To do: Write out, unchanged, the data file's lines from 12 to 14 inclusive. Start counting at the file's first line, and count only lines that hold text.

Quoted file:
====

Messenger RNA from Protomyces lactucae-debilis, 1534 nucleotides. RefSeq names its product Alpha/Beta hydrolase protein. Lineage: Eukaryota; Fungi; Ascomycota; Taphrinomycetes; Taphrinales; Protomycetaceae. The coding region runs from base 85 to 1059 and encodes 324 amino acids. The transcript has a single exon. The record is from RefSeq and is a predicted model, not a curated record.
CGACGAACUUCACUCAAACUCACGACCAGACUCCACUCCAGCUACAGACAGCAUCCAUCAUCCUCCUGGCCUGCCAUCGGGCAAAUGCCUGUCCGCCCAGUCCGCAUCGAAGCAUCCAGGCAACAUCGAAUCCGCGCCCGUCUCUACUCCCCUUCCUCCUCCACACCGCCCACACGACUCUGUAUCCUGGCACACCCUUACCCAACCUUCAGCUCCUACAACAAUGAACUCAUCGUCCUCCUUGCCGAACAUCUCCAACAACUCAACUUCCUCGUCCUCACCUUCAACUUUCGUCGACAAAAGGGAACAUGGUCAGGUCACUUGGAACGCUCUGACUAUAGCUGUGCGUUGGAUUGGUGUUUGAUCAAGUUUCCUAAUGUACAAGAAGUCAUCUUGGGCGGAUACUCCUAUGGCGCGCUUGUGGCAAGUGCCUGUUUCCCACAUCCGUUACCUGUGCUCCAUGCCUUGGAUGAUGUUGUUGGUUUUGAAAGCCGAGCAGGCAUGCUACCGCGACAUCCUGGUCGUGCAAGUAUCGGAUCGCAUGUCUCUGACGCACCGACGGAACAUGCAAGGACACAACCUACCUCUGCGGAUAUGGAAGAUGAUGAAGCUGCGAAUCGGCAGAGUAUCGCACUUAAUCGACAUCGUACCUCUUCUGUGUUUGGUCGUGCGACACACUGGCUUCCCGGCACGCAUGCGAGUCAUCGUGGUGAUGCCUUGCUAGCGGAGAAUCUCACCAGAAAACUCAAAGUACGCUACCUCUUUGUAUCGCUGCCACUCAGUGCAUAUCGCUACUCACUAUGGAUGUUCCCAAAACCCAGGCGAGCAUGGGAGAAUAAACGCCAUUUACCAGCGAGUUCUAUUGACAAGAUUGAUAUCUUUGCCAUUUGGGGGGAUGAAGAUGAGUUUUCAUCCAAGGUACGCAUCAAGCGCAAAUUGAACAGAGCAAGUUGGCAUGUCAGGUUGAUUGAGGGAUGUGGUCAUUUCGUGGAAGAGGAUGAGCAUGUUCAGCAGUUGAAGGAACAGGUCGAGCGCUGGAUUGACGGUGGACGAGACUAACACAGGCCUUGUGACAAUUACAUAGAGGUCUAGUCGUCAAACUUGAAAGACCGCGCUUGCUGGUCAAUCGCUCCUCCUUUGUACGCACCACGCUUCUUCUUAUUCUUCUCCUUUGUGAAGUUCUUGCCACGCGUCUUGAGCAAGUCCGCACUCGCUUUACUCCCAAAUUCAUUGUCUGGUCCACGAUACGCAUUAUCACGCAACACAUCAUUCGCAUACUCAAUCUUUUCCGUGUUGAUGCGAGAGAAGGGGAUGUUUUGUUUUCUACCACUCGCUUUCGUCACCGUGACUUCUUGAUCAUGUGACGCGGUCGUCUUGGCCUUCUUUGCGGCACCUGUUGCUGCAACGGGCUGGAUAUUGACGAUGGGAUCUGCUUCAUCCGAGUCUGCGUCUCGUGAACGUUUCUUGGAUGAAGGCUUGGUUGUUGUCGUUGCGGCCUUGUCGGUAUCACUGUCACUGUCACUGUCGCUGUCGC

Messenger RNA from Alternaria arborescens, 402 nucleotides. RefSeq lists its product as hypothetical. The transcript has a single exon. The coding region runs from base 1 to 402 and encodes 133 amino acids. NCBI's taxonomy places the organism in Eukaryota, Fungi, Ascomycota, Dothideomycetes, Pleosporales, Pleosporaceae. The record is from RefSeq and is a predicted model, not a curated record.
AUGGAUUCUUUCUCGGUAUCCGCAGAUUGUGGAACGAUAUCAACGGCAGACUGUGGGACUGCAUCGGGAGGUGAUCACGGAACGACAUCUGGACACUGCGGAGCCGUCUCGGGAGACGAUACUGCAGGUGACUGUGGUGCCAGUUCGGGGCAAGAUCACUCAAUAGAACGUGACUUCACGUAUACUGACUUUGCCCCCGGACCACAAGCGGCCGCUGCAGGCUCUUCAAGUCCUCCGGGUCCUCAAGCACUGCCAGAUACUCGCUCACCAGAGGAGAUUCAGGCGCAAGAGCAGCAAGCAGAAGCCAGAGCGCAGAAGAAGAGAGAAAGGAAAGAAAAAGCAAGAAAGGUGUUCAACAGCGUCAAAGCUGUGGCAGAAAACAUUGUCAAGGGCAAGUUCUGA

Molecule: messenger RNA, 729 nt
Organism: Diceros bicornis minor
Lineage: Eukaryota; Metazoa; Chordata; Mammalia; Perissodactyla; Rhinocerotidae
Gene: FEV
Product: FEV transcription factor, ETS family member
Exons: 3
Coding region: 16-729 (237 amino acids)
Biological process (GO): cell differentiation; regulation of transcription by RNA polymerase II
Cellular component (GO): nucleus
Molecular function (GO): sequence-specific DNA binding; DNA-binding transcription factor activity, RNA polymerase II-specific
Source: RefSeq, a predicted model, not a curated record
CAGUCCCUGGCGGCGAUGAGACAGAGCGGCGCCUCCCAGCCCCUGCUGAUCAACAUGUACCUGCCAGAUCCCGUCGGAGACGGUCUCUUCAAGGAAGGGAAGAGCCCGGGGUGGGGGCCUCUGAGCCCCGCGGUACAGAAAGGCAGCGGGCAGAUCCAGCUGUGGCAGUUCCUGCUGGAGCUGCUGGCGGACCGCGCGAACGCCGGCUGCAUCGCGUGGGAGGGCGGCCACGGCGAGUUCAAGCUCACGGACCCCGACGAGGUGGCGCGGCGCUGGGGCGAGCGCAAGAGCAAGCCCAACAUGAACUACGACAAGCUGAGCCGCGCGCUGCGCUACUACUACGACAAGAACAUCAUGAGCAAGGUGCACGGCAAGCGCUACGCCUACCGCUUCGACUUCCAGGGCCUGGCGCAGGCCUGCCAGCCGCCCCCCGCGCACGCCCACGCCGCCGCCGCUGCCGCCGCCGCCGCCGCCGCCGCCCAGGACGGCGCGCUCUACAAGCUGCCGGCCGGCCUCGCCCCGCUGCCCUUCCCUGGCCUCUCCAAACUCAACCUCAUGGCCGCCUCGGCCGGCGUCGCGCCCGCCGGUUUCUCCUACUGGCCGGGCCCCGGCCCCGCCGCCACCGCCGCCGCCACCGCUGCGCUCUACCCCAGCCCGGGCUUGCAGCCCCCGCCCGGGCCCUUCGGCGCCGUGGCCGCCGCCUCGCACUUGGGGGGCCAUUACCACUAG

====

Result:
Biological process (GO): cell differentiation; regulation of transcription by RNA polymerase II
Cellular component (GO): nucleus
Molecular function (GO): sequence-specific DNA binding; DNA-binding transcription factor activity, RNA polymerase II-specific